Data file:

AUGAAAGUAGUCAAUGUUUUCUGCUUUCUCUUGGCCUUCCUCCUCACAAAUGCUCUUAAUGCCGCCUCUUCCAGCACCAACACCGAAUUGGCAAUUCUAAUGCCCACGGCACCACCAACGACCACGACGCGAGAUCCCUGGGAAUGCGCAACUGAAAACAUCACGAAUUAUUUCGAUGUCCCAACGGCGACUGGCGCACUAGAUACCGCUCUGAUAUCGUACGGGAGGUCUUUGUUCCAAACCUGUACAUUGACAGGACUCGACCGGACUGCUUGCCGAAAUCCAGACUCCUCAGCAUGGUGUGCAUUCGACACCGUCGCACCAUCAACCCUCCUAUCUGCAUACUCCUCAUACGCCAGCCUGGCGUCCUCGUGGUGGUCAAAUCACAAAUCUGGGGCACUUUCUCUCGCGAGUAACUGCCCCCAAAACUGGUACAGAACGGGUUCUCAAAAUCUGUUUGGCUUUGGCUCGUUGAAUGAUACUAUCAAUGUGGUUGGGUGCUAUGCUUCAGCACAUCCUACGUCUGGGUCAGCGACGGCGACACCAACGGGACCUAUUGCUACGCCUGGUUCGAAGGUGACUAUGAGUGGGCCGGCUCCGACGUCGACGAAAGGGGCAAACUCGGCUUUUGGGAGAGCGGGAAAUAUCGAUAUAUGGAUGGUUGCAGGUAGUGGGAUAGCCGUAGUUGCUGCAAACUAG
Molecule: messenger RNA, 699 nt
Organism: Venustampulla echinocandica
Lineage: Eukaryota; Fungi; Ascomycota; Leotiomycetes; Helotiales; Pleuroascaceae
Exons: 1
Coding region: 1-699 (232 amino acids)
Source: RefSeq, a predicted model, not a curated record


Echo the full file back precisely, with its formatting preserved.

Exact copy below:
AUGAAAGUAGUCAAUGUUUUCUGCUUUCUCUUGGCCUUCCUCCUCACAAAUGCUCUUAAUGCCGCCUCUUCCAGCACCAACACCGAAUUGGCAAUUCUAAUGCCCACGGCACCACCAACGACCACGACGCGAGAUCCCUGGGAAUGCGCAACUGAAAACAUCACGAAUUAUUUCGAUGUCCCAACGGCGACUGGCGCACUAGAUACCGCUCUGAUAUCGUACGGGAGGUCUUUGUUCCAAACCUGUACAUUGACAGGACUCGACCGGACUGCUUGCCGAAAUCCAGACUCCUCAGCAUGGUGUGCAUUCGACACCGUCGCACCAUCAACCCUCCUAUCUGCAUACUCCUCAUACGCCAGCCUGGCGUCCUCGUGGUGGUCAAAUCACAAAUCUGGGGCACUUUCUCUCGCGAGUAACUGCCCCCAAAACUGGUACAGAACGGGUUCUCAAAAUCUGUUUGGCUUUGGCUCGUUGAAUGAUACUAUCAAUGUGGUUGGGUGCUAUGCUUCAGCACAUCCUACGUCUGGGUCAGCGACGGCGACACCAACGGGACCUAUUGCUACGCCUGGUUCGAAGGUGACUAUGAGUGGGCCGGCUCCGACGUCGACGAAAGGGGCAAACUCGGCUUUUGGGAGAGCGGGAAAUAUCGAUAUAUGGAUGGUUGCAGGUAGUGGGAUAGCCGUAGUUGCUGCAAACUAG
Molecule: messenger RNA, 699 nt
Organism: Venustampulla echinocandica
Lineage: Eukaryota; Fungi; Ascomycota; Leotiomycetes; Helotiales; Pleuroascaceae
Exons: 1
Coding region: 1-699 (232 amino acids)
Source: RefSeq, a predicted model, not a curated record